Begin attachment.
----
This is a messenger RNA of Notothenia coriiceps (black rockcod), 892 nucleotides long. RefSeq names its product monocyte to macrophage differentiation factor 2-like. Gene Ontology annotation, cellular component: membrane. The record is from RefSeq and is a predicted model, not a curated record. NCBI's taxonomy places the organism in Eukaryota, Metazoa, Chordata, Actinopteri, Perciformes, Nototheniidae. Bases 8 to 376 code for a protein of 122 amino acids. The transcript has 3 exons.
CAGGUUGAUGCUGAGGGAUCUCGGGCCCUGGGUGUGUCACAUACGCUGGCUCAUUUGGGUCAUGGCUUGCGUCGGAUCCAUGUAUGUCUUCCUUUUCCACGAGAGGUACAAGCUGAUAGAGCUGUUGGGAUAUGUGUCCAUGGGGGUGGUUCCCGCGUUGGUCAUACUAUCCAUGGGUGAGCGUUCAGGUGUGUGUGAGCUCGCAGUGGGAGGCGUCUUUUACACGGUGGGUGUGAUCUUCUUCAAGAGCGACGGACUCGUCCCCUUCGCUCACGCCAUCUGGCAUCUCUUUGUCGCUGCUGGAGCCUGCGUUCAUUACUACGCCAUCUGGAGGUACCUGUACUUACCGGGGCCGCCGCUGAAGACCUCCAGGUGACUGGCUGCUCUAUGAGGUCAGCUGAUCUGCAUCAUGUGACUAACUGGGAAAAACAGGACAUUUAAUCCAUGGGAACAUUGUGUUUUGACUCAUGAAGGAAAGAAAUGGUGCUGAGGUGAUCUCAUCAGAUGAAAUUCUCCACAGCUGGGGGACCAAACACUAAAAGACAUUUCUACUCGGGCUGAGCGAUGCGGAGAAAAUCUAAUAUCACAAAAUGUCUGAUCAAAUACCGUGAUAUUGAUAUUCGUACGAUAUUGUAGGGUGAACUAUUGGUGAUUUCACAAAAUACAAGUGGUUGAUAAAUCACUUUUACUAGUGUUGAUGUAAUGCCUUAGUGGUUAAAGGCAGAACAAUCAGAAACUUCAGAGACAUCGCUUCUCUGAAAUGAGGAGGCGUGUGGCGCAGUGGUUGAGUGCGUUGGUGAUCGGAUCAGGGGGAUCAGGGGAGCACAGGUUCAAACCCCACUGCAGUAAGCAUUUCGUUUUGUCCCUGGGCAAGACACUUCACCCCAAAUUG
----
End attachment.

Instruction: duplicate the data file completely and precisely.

This is a messenger RNA of Notothenia coriiceps (black rockcod), 892 nucleotides long. RefSeq names its product monocyte to macrophage differentiation factor 2-like. Gene Ontology annotation, cellular component: membrane. The record is from RefSeq and is a predicted model, not a curated record. NCBI's taxonomy places the organism in Eukaryota, Metazoa, Chordata, Actinopteri, Perciformes, Nototheniidae. Bases 8 to 376 code for a protein of 122 amino acids. The transcript has 3 exons.
CAGGUUGAUGCUGAGGGAUCUCGGGCCCUGGGUGUGUCACAUACGCUGGCUCAUUUGGGUCAUGGCUUGCGUCGGAUCCAUGUAUGUCUUCCUUUUCCACGAGAGGUACAAGCUGAUAGAGCUGUUGGGAUAUGUGUCCAUGGGGGUGGUUCCCGCGUUGGUCAUACUAUCCAUGGGUGAGCGUUCAGGUGUGUGUGAGCUCGCAGUGGGAGGCGUCUUUUACACGGUGGGUGUGAUCUUCUUCAAGAGCGACGGACUCGUCCCCUUCGCUCACGCCAUCUGGCAUCUCUUUGUCGCUGCUGGAGCCUGCGUUCAUUACUACGCCAUCUGGAGGUACCUGUACUUACCGGGGCCGCCGCUGAAGACCUCCAGGUGACUGGCUGCUCUAUGAGGUCAGCUGAUCUGCAUCAUGUGACUAACUGGGAAAAACAGGACAUUUAAUCCAUGGGAACAUUGUGUUUUGACUCAUGAAGGAAAGAAAUGGUGCUGAGGUGAUCUCAUCAGAUGAAAUUCUCCACAGCUGGGGGACCAAACACUAAAAGACAUUUCUACUCGGGCUGAGCGAUGCGGAGAAAAUCUAAUAUCACAAAAUGUCUGAUCAAAUACCGUGAUAUUGAUAUUCGUACGAUAUUGUAGGGUGAACUAUUGGUGAUUUCACAAAAUACAAGUGGUUGAUAAAUCACUUUUACUAGUGUUGAUGUAAUGCCUUAGUGGUUAAAGGCAGAACAAUCAGAAACUUCAGAGACAUCGCUUCUCUGAAAUGAGGAGGCGUGUGGCGCAGUGGUUGAGUGCGUUGGUGAUCGGAUCAGGGGGAUCAGGGGAGCACAGGUUCAAACCCCACUGCAGUAAGCAUUUCGUUUUGUCCCUGGGCAAGACACUUCACCCCAAAUUG